Catholic leaders closely watched racial segregation issues of 50 years ago
LITTLE ROCK, Ark. (Arkansas Catholic) - Fifty years ago, segregation was just “understood” in the South. It was not only a part of the culture; state laws enforced it.
Under the Jim Crow “separate but equal” laws, public facilities were maintained for both black and white citizens. This included schools, bathrooms, even water fountains. On buses, blacks sat in the back. In movie theaters, they sat in the balcony. Even churches were segregated.
SEPARATE BUT EQUAL? - Children smile for the camera in 1949 at St. Bartholomew School in Little Rock, Ark. The school served black students until it closed in 1974. (Diocese of Little Rock Archives)
This month marks the 50th anniversary of the “Central High Crisis” in Little Rock. Though the Catholic Church in Arkansas was not directly involved, this shameful event, like so many others of its time, challenged the Church to take a long, hard look at her “silent acceptance” of segregation.
John Gillam, 88, said everyone knew where blacks could go and what they could say or do. “Your parents told you what your place was,” he said.
Gillam, a lifelong parishioner of St. Bartholomew Church in Little Rock, said at stores “you were probably going to get waited on last” if at all.
Fear of violence maintained this practice until the court system began to step in. In its 1954 Brown v. Board of Education decision, the U.S. Supreme Court declared segregated public schools unconstitutional.
In the Diocese of Little Rock, Bishop Albert Fletcher saw the landmark decision as an opportunity for change. In an Aug. 3, 1954, letter to all the state’s Catholics, he wrote that even though Catholic schools are private, it is “a mistaken idea” to think that they would stay segregated.
He explained that the diocese had operated separate churches and schools because of the state’s laws. The court’s decision “clears the way legally for the Church to act more freely in giving to all races the same benefits.”
The bishop did not indicate a timeline for the integration of schools. “It is practically impossible for such a change to be made effective immediately in all places,” he wrote.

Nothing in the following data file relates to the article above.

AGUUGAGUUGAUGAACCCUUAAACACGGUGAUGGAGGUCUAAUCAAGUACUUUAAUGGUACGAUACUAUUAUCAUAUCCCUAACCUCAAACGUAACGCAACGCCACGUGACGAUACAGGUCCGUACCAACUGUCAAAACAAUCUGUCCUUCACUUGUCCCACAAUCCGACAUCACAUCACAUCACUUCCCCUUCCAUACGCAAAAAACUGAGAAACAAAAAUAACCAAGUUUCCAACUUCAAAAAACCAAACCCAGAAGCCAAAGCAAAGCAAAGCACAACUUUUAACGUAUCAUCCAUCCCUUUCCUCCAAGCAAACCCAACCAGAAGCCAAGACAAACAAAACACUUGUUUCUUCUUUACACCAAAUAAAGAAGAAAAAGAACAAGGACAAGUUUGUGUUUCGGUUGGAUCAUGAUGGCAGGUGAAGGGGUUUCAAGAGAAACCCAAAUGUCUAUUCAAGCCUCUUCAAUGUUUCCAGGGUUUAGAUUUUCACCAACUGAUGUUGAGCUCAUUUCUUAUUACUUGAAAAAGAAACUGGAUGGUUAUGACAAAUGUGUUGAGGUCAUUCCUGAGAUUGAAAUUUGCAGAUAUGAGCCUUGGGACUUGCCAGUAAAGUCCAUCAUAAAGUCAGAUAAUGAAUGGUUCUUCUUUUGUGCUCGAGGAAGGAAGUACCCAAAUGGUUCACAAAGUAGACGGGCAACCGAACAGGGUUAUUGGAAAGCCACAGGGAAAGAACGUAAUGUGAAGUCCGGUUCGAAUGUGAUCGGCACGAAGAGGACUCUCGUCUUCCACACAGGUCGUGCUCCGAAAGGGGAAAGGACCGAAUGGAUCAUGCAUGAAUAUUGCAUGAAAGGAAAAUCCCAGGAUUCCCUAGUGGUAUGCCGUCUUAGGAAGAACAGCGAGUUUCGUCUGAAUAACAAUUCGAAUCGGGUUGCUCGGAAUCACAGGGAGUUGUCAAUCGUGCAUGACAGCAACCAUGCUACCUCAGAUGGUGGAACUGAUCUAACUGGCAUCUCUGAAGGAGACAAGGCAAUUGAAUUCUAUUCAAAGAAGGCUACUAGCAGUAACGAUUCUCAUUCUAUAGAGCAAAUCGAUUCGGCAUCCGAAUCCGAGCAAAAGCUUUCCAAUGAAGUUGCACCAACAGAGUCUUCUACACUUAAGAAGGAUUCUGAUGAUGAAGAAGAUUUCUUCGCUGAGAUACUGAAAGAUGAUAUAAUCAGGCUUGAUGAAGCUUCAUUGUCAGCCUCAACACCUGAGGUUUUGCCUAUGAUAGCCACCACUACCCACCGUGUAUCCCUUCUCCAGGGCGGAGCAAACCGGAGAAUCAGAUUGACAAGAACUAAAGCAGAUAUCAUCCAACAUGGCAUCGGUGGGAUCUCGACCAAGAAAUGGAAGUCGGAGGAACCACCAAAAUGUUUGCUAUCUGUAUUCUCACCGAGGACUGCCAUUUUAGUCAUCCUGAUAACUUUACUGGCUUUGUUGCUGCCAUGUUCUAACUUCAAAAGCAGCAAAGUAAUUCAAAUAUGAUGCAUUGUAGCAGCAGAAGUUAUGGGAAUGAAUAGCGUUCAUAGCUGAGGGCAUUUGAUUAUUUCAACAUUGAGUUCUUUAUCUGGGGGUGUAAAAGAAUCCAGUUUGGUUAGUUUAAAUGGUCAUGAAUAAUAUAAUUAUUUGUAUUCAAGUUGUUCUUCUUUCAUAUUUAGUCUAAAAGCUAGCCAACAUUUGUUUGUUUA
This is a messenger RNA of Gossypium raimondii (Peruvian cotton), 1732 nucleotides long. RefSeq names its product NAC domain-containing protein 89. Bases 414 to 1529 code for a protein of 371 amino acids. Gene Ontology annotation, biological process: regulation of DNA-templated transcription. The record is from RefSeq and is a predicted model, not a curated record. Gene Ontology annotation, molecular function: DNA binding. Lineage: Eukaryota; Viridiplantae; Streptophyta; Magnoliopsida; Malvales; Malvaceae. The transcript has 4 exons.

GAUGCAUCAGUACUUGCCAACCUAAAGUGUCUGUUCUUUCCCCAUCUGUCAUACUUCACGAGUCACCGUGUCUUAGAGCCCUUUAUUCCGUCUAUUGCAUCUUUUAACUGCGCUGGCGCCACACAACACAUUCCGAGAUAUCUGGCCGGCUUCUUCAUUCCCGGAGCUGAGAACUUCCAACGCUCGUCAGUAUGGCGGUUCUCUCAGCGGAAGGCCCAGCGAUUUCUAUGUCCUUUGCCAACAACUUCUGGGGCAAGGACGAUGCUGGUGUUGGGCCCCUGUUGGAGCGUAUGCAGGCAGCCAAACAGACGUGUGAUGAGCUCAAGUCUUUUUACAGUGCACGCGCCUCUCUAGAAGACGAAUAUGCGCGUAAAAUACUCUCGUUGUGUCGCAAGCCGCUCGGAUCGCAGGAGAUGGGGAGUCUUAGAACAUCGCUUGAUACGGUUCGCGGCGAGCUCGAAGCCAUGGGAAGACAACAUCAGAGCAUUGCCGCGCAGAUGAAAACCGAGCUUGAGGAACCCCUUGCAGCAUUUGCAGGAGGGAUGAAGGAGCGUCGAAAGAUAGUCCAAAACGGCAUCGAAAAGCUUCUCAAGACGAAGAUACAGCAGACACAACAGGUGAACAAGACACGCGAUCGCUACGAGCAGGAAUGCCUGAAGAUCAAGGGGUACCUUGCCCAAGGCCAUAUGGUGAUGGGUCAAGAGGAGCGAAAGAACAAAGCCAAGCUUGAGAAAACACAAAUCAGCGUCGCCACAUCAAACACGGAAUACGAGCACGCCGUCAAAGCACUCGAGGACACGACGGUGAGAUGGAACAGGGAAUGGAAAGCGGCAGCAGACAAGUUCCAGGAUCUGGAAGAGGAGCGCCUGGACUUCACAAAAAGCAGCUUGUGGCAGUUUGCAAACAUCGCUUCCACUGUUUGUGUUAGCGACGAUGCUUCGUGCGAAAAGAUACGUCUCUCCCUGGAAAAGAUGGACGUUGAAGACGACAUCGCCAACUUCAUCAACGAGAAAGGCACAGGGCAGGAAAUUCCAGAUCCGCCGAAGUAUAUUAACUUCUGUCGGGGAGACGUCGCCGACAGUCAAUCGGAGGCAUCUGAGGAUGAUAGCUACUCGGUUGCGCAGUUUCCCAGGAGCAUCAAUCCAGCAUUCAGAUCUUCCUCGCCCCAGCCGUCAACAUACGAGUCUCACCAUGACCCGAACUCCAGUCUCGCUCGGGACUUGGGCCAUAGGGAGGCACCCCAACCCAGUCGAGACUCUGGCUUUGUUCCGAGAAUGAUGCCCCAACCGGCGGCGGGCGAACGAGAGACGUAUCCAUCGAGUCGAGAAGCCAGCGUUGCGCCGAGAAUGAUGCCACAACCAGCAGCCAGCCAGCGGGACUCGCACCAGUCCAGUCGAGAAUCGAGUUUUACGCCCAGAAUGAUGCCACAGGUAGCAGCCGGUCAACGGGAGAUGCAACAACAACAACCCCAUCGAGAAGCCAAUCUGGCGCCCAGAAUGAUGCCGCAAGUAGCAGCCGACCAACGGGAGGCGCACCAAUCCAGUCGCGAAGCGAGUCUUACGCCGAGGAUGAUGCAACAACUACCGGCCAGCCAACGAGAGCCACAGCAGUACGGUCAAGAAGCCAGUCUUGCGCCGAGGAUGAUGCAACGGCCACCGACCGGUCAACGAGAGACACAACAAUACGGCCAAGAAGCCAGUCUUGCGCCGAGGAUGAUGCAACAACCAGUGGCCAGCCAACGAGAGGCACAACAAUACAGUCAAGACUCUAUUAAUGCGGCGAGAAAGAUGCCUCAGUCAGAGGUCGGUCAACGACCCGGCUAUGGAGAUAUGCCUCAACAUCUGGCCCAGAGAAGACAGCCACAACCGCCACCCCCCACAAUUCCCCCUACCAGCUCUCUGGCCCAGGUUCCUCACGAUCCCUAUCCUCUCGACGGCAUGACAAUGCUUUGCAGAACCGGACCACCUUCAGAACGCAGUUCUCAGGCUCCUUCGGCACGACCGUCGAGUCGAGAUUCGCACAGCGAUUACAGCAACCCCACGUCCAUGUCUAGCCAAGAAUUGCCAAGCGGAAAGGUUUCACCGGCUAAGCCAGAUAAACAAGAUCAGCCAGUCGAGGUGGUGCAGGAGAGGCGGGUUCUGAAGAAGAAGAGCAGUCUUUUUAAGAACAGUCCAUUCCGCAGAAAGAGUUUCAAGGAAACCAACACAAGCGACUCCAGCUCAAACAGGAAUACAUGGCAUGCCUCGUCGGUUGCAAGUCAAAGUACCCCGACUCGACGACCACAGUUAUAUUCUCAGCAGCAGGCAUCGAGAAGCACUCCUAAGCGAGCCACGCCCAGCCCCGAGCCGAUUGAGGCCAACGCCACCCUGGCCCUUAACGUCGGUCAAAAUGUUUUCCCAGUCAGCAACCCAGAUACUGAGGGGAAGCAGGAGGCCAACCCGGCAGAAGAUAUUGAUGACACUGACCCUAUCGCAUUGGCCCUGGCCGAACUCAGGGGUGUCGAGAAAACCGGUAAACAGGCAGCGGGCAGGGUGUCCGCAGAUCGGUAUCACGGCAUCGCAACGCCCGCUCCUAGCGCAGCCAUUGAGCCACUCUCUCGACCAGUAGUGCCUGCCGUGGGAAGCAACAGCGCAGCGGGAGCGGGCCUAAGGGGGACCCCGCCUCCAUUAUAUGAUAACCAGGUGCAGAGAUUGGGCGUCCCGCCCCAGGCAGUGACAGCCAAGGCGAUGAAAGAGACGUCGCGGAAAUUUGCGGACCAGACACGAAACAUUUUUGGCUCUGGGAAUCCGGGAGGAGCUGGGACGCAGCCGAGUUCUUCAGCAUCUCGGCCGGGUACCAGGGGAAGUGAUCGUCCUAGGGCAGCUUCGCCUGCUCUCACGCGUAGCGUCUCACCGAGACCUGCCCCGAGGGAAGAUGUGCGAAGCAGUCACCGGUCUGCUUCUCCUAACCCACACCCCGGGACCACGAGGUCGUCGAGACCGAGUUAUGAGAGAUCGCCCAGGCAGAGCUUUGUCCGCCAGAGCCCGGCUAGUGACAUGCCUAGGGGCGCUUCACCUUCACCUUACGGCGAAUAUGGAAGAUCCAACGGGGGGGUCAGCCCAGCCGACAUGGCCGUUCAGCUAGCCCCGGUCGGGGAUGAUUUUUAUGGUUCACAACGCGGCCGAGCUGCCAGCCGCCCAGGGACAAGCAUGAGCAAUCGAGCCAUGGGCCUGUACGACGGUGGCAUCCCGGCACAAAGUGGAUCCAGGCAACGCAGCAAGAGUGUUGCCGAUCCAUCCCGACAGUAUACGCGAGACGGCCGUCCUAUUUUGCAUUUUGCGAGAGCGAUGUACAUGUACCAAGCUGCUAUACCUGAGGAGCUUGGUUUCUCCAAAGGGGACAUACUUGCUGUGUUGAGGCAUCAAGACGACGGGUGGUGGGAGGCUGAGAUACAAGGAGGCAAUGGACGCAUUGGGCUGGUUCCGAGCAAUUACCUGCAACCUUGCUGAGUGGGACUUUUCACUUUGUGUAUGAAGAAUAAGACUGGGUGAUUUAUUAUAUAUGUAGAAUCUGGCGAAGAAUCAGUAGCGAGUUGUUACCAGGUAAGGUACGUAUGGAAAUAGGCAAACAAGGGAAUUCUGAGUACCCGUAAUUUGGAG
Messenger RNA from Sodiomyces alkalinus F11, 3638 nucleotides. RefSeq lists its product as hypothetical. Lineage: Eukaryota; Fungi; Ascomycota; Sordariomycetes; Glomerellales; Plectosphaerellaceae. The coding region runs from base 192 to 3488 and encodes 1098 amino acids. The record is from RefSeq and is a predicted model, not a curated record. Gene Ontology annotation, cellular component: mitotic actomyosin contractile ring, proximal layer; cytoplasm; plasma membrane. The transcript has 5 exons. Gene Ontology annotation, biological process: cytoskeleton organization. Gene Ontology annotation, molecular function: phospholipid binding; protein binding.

However, “the goal of the Church in the diocese will be that ‘no Catholic student is refused admission to a Catholic school on account of race or color.’”
On May 21, 1954, The Guardian, now Arkansas Catholic, reported there were 900 black Catholics in Arkansas. Eight elementary and two high schools operated in black parishes. Of the 964 enrolled, only 197 were Catholic.
In response to the court’s decision, many Arkansas public school districts, such as Little Rock, stalled by writing integration plans and filing legal motions, while others proceeded with integration.
In August 1954, Charleston (Franklin County) became the first public school in the former Confederacy to admit black students. Fayetteville followed the next month, while Hoxie (Lawrence County) ended segregation in July 1955. The school closed in August because of white opposition but reopened in October after a federal court barred opponents.
Plans to desegregate schools in North Little Rock, Fort Smith, Ozark (Franklin County) and Van Buren were set for the fall of 1957, along with Central High School in Little Rock.
By September, efforts to prevent the integration of Central High failed, so Gov. Orval Faubus deployed the Arkansas National Guard “to keep peace” as the world’s attention turned to Little Rock.
Outside the school, thousands of protesters turned into an angry mob and troops turned away black students on Sept. 4. The federal court ordered the governor not to interfere. By Sept. 24, President Dwight Eisenhower federalized the Arkansas National Guard and sent in members of the 101st Airborne Division to assist. On Sept. 25, all nine black students were finally allowed to enter the school. A military presence remained for the rest of the school year.
All Little Rock public schools were closed for the 1958-59 school year and reopened in August 1959 when the federal court declared the closings unconstitutional.
Father Thomas Keller, 74, pastor of St. Rose of Lima Church in Carlisle and Holy Trinity Church in England, was among the crowd when the National Guard escorted the “Little Rock Nine” into Central High on Sept. 25, 1957. He was in his final year at St. John Home Mission Seminary. He said he and other seminarians went because of the historic significance. “We knew it was a very important event because it was the first time (a state) had defied the federal government since the Civil War.”
Church reacts, slowly
The Church in Arkansas was not quick to respond. The first mention of events at Central High appeared in The Guardian, Sept. 20, with a front-page editorial blasting the press for its use of “scare headlines” to escalate the crisis. It went on to state: “Integration is the law, and it is wrong to interfere with its peaceful integration.”
The Providence Visitor, the Diocese of Providence, R.I., newspaper, ran two articles Sept. 12, 1957, from the National Catholic Welfare Conference, now Catholic News Service, run by the U.S. Conference of Catholic Bishops.
One article reported that L’Osservatore Romano, the Vatican’s newspaper, sharply criticized Gov. Faubus for defying a federal court order to integrate schools. The other article said Bishop Fletcher had not issued a statement regarding the crisis. An anonymous Arkansas priest was ...
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